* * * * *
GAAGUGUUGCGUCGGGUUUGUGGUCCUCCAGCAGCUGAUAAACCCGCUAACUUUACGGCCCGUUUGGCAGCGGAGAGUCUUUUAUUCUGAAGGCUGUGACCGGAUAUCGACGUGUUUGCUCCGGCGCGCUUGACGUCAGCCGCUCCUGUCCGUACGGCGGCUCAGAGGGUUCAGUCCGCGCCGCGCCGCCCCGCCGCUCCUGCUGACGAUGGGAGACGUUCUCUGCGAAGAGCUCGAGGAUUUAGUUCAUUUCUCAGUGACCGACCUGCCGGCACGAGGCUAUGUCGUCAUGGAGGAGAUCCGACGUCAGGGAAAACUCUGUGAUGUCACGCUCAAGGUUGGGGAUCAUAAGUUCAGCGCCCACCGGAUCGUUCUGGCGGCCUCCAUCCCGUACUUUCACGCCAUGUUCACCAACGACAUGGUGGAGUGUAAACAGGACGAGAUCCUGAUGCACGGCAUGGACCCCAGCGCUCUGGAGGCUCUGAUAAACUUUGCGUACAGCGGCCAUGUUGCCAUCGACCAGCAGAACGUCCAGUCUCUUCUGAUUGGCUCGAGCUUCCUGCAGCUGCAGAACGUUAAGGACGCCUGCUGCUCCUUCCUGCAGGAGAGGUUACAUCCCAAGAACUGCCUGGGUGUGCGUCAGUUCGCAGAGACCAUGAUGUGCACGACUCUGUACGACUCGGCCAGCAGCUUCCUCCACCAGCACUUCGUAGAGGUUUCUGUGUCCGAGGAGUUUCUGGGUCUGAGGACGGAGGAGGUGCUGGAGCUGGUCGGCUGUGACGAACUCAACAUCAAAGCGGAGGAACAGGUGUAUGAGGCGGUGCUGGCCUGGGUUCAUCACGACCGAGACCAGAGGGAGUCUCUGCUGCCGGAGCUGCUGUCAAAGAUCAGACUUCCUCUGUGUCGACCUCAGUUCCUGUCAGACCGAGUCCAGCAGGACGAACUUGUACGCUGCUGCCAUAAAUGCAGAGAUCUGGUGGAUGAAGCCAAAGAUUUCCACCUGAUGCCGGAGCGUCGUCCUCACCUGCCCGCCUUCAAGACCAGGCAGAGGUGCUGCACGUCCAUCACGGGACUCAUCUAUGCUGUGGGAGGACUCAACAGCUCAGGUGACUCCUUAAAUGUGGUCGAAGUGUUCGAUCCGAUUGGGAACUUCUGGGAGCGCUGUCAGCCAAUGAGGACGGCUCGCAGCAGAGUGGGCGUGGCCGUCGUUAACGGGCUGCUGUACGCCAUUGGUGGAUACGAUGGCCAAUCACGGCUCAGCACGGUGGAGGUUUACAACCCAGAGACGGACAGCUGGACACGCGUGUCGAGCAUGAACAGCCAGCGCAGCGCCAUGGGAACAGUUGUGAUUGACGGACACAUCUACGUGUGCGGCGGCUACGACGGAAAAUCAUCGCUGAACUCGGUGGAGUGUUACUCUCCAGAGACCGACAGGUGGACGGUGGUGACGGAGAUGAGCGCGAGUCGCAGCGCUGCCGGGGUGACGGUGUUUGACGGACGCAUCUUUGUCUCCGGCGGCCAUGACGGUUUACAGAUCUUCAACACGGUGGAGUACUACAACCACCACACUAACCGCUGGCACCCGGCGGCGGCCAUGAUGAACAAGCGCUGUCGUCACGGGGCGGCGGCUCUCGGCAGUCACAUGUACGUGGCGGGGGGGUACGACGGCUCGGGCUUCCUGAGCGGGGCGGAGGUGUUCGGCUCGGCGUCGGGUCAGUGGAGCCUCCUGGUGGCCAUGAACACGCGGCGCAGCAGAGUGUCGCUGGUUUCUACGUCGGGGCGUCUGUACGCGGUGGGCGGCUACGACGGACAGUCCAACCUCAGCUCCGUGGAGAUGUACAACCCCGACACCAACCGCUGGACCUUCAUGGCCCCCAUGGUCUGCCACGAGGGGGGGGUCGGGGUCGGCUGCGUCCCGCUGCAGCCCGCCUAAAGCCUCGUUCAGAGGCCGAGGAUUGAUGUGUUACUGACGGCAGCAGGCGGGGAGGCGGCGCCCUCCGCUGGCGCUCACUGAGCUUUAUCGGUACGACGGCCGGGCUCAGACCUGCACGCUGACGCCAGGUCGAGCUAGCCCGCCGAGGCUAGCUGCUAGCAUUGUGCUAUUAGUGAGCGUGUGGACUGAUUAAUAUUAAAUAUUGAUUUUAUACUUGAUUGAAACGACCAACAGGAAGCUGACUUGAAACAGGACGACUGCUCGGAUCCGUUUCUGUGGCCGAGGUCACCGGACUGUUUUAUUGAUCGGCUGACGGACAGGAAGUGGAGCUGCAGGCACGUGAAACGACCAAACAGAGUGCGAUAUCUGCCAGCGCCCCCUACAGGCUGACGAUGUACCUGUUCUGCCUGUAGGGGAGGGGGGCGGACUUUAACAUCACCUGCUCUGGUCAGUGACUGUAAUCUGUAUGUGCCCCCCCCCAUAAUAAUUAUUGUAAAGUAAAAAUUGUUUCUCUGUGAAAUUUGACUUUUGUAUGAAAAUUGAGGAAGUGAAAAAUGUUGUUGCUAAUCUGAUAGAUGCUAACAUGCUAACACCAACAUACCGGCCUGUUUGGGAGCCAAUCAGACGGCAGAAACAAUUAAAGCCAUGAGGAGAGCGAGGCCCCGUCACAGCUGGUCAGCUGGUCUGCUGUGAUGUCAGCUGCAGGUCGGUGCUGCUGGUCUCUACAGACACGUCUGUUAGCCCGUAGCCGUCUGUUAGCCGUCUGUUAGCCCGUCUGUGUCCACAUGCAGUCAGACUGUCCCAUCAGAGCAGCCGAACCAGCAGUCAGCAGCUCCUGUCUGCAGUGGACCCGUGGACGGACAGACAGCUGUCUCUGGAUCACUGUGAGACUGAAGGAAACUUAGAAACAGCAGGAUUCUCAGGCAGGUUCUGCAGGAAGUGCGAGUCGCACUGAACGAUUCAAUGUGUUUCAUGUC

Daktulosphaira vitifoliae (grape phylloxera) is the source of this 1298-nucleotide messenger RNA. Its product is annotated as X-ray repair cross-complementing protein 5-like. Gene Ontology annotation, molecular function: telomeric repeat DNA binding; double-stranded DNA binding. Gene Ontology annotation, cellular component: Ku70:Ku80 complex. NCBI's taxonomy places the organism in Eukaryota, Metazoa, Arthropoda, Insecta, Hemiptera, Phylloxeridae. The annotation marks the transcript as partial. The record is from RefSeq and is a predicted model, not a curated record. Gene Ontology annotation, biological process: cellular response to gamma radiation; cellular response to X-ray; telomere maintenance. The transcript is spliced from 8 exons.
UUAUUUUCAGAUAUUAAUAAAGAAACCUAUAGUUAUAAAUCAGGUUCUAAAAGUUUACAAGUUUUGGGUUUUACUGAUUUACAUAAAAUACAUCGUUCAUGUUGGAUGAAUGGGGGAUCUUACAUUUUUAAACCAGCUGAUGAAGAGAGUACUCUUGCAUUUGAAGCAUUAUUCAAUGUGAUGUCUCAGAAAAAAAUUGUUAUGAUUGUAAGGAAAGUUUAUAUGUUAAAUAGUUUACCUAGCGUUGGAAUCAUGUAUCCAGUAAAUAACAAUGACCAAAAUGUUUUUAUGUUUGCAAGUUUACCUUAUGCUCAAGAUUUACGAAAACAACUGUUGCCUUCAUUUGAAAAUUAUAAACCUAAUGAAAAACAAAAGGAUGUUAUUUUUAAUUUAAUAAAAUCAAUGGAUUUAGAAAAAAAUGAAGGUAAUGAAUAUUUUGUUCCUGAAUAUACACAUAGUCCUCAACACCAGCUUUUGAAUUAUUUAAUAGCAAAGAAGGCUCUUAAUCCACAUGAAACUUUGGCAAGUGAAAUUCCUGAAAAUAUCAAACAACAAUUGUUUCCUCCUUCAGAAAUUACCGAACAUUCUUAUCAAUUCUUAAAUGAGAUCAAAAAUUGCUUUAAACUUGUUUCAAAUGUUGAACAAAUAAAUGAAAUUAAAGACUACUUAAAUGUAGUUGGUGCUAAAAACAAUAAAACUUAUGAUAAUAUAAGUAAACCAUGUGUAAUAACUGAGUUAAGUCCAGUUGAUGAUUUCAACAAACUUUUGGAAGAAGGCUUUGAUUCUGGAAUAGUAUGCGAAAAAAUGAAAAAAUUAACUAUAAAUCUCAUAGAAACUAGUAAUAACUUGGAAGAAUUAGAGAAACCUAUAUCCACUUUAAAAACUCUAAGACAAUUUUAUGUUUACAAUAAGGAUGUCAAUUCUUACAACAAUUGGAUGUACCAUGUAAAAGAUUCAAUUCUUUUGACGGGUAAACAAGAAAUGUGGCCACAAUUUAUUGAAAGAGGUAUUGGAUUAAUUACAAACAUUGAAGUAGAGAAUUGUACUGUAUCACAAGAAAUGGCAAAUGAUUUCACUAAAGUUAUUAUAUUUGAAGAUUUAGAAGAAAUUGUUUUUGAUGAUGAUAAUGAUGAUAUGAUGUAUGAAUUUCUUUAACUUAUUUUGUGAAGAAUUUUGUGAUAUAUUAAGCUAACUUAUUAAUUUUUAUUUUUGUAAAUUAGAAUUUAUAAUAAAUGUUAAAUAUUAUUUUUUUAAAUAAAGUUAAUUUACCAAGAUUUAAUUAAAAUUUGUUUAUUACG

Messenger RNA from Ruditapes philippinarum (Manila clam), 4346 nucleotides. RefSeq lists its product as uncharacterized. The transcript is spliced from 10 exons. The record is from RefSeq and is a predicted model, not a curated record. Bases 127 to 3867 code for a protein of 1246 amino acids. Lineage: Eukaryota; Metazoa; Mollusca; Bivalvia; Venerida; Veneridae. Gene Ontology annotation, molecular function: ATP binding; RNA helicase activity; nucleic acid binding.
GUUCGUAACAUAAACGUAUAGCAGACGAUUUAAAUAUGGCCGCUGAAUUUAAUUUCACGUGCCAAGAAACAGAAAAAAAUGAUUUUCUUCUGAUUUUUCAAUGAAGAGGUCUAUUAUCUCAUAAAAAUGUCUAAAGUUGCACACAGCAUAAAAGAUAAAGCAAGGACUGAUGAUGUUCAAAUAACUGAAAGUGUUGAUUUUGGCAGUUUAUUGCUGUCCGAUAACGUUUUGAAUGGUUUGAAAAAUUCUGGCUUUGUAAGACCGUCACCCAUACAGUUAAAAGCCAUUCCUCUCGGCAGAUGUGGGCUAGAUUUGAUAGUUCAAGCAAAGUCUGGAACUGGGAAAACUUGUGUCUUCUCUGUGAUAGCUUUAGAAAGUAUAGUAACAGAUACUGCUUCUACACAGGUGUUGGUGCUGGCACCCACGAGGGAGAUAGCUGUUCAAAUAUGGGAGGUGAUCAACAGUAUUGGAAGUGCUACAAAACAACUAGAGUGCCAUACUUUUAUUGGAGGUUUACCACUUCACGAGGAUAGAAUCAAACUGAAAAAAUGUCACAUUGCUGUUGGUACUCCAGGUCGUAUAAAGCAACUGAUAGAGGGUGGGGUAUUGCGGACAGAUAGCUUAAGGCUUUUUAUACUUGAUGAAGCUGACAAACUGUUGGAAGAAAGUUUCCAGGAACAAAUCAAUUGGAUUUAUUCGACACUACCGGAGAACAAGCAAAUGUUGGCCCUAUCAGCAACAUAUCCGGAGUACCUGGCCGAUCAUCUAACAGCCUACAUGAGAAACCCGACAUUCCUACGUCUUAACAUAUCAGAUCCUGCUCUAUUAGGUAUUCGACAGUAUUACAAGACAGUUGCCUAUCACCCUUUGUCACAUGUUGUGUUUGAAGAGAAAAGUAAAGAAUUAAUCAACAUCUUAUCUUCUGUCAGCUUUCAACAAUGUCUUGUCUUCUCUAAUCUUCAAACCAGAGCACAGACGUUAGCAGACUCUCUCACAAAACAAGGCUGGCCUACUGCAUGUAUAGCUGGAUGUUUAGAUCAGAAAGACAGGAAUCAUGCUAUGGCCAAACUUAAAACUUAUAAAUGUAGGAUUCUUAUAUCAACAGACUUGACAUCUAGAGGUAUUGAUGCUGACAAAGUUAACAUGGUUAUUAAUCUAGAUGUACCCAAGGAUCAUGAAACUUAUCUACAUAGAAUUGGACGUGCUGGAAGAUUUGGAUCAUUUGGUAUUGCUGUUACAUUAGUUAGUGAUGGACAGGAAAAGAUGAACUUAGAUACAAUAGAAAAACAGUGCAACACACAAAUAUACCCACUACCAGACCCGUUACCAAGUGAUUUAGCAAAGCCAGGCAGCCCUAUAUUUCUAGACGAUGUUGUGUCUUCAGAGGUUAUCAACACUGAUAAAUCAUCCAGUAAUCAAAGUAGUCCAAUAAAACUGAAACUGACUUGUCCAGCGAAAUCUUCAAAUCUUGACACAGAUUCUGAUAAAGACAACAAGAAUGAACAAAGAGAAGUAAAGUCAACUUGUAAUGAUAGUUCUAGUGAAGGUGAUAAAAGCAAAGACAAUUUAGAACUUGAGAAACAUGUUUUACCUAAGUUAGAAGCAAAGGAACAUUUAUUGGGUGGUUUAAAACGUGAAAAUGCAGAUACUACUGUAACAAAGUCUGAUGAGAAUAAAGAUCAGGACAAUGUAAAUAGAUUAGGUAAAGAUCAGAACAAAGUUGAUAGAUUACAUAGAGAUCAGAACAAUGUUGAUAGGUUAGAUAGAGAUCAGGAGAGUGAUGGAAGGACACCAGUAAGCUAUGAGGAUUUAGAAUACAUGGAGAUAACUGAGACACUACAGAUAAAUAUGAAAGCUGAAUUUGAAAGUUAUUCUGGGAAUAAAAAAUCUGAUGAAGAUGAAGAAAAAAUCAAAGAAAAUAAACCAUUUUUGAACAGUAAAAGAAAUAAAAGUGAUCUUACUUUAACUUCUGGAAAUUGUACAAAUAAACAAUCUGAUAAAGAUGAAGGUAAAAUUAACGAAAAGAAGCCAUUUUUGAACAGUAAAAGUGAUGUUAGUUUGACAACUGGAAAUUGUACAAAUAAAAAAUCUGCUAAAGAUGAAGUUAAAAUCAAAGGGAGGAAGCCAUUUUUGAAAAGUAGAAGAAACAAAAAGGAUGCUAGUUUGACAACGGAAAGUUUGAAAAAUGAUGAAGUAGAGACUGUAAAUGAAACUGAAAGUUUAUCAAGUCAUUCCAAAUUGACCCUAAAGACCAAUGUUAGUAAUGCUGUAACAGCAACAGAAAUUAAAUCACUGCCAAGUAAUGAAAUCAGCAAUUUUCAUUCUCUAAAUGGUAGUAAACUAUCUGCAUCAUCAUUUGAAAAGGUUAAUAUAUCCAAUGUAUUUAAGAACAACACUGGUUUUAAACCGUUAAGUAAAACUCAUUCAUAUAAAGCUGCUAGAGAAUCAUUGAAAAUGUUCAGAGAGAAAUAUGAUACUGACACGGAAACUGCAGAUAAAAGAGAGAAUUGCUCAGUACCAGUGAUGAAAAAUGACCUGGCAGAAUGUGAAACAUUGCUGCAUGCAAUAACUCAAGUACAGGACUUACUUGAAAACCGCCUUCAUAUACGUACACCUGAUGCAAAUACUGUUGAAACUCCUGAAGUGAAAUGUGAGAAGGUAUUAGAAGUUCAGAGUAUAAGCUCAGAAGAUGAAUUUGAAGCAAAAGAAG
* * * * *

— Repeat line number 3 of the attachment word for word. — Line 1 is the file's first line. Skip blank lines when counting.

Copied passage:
UUAUUUUCAGAUAUUAAUAAAGAAACCUAUAGUUAUAAAUCAGGUUCUAAAAGUUUACAAGUUUUGGGUUUUACUGAUUUACAUAAAAUACAUCGUUCAUGUUGGAUGAAUGGGGGAUCUUACAUUUUUAAACCAGCUGAUGAAGAGAGUACUCUUGCAUUUGAAGCAUUAUUCAAUGUGAUGUCUCAGAAAAAAAUUGUUAUGAUUGUAAGGAAAGUUUAUAUGUUAAAUAGUUUACCUAGCGUUGGAAUCAUGUAUCCAGUAAAUAACAAUGACCAAAAUGUUUUUAUGUUUGCAAGUUUACCUUAUGCUCAAGAUUUACGAAAACAACUGUUGCCUUCAUUUGAAAAUUAUAAACCUAAUGAAAAACAAAAGGAUGUUAUUUUUAAUUUAAUAAAAUCAAUGGAUUUAGAAAAAAAUGAAGGUAAUGAAUAUUUUGUUCCUGAAUAUACACAUAGUCCUCAACACCAGCUUUUGAAUUAUUUAAUAGCAAAGAAGGCUCUUAAUCCACAUGAAACUUUGGCAAGUGAAAUUCCUGAAAAUAUCAAACAACAAUUGUUUCCUCCUUCAGAAAUUACCGAACAUUCUUAUCAAUUCUUAAAUGAGAUCAAAAAUUGCUUUAAACUUGUUUCAAAUGUUGAACAAAUAAAUGAAAUUAAAGACUACUUAAAUGUAGUUGGUGCUAAAAACAAUAAAACUUAUGAUAAUAUAAGUAAACCAUGUGUAAUAACUGAGUUAAGUCCAGUUGAUGAUUUCAACAAACUUUUGGAAGAAGGCUUUGAUUCUGGAAUAGUAUGCGAAAAAAUGAAAAAAUUAACUAUAAAUCUCAUAGAAACUAGUAAUAACUUGGAAGAAUUAGAGAAACCUAUAUCCACUUUAAAAACUCUAAGACAAUUUUAUGUUUACAAUAAGGAUGUCAAUUCUUACAACAAUUGGAUGUACCAUGUAAAAGAUUCAAUUCUUUUGACGGGUAAACAAGAAAUGUGGCCACAAUUUAUUGAAAGAGGUAUUGGAUUAAUUACAAACAUUGAAGUAGAGAAUUGUACUGUAUCACAAGAAAUGGCAAAUGAUUUCACUAAAGUUAUUAUAUUUGAAGAUUUAGAAGAAAUUGUUUUUGAUGAUGAUAAUGAUGAUAUGAUGUAUGAAUUUCUUUAACUUAUUUUGUGAAGAAUUUUGUGAUAUAUUAAGCUAACUUAUUAAUUUUUAUUUUUGUAAAUUAGAAUUUAUAAUAAAUGUUAAAUAUUAUUUUUUUAAAUAAAGUUAAUUUACCAAGAUUUAAUUAAAAUUUGUUUAUUACG